ROME (Reuters) - Anita Ekberg, the striking blonde Swedish actress whose sashay through Rome’s Trevi fountain in “La Dolce Vita” made her an icon of cinema, died Sunday at 83 at a clinic near the Italian capital, her lawyer said.
“She had many friends who were with her until the end,” Patrizia Ubaldi told Reuters in reference to Ekberg, who had been ill for two years and struggled financially for longer.
Earning a very low retirement income, Ekberg “didn’t live in luxury in the last few years, but it would be wrong to say she died in poverty,” Ubaldi said. She still owned a large villa south of the capital, she said.
Ekberg’s funeral will be held in Rome this week, her body will be cremated and her ashes sent to Sweden, her lawyer said.
Ekberg, who was born in Malmo, Sweden, saw her career take shape after she was crowned Miss Sweden in the early 1950s. But she shot to global fame in 1960 after playing the capricious actress Sylvia opposite Marcello Mastroianni in Federico Fellini’s celebrated “La Dolce Vita” (The Sweet Life), about decadent high society in Rome.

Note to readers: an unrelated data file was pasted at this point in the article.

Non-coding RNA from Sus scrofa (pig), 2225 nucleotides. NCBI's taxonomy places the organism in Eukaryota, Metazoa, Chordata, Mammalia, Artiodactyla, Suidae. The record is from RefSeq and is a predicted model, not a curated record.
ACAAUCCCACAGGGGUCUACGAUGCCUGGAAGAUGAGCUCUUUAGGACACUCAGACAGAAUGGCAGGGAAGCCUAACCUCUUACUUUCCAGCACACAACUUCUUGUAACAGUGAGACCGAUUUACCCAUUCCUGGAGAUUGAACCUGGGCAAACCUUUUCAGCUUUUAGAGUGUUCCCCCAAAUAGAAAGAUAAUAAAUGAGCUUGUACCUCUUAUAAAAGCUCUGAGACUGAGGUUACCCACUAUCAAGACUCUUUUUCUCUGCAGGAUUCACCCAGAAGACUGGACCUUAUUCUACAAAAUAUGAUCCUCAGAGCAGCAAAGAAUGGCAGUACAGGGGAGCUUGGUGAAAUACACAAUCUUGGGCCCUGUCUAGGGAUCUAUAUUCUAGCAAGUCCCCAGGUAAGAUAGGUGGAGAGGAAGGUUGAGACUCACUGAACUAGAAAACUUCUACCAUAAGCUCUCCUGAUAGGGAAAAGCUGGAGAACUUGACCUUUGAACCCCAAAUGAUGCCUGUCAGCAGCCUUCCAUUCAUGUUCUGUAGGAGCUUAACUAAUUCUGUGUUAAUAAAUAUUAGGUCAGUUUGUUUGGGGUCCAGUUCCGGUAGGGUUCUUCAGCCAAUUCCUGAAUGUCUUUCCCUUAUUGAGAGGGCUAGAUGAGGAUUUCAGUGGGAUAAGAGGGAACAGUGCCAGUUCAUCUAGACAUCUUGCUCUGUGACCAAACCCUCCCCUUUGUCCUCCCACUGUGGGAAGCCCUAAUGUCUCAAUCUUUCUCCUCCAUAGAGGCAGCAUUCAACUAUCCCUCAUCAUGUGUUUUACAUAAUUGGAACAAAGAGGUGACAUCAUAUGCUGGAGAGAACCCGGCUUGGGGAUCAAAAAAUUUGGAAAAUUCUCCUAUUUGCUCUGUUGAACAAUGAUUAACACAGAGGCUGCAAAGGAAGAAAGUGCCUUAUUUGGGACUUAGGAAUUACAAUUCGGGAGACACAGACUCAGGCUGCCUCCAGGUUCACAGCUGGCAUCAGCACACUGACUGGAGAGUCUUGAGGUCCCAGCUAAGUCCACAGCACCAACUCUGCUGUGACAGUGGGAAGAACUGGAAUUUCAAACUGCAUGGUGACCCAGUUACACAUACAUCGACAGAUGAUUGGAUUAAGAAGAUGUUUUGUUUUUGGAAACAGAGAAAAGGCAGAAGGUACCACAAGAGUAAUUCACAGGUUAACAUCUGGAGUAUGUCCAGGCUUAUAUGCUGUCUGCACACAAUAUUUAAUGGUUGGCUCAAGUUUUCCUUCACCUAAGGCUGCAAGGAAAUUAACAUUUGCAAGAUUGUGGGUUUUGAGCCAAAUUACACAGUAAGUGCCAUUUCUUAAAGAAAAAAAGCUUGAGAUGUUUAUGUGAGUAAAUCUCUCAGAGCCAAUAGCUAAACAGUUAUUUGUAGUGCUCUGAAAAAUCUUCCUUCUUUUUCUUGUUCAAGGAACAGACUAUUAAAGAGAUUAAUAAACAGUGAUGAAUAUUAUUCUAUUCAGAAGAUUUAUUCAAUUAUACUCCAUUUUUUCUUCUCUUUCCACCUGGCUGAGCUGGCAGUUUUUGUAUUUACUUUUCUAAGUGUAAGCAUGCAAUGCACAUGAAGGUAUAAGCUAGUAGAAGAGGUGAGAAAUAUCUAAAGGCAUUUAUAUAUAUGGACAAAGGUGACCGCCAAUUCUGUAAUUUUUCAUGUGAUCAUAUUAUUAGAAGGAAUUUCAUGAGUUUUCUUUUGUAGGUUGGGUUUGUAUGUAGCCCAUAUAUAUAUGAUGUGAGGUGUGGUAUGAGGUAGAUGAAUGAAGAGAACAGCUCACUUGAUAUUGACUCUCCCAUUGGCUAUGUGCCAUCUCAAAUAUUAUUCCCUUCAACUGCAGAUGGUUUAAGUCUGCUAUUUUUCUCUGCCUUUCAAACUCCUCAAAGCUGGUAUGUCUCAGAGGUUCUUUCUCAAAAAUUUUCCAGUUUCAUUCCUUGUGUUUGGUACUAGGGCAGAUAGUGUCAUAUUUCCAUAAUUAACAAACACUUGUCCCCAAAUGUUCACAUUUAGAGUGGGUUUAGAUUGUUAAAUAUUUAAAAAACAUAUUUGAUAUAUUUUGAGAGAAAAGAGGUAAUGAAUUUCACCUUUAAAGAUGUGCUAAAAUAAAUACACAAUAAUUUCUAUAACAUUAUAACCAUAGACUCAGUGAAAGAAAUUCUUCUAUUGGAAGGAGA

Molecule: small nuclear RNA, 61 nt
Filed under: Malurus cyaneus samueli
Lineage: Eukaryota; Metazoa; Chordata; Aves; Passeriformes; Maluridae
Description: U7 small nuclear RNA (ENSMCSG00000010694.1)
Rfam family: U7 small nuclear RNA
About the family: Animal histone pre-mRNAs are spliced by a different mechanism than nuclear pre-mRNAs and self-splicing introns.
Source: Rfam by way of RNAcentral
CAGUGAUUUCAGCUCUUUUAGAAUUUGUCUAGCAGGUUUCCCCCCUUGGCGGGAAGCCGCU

The scene of her wading into the baroque Trevi fountain in a strapless velvet black dress, calling to Mastroianni in English, “Marcello! Come here. Hurry up,” is among the most famous in cinematic history, and made her a sex symbol for a generation.
“I was freezing to death,” Ekberg later told Swedish television, recalling shooting the fountain episode. “I thought that my legs were becoming icicles. The water in the fountain comes from the mountains and the film was made in January.”
The late Fellini later directed her in “Boccaccio ‘70” in 1962 and in “Intervista” in 1987.
Ekberg appeared in a number of films with some of the most famous actors of the 20th century, including Audrey Hepburn and Henry Fonda in “War and Peace” (1956), winning a Golden Globe as Most Promising Newcomer that same year.
In “4 for Texas”, a 1963 comedy western, she shared top billing with Frank Sinatra and Dean Martin. She had already appeared with the comedy tandem of Martin and Jerry Lewis in movies shot in the 1950s.
Ekberg was courted by eccentric tycoon and filmmaker Howard Hughes and subsequently married two actors from whom she later divorced. Later in her life, she said that Sinatra had asked to marry her, and she had declined. She had no children.
Additional reporting by Simon Johnson in Stockholm; Editing by Mark Heinrich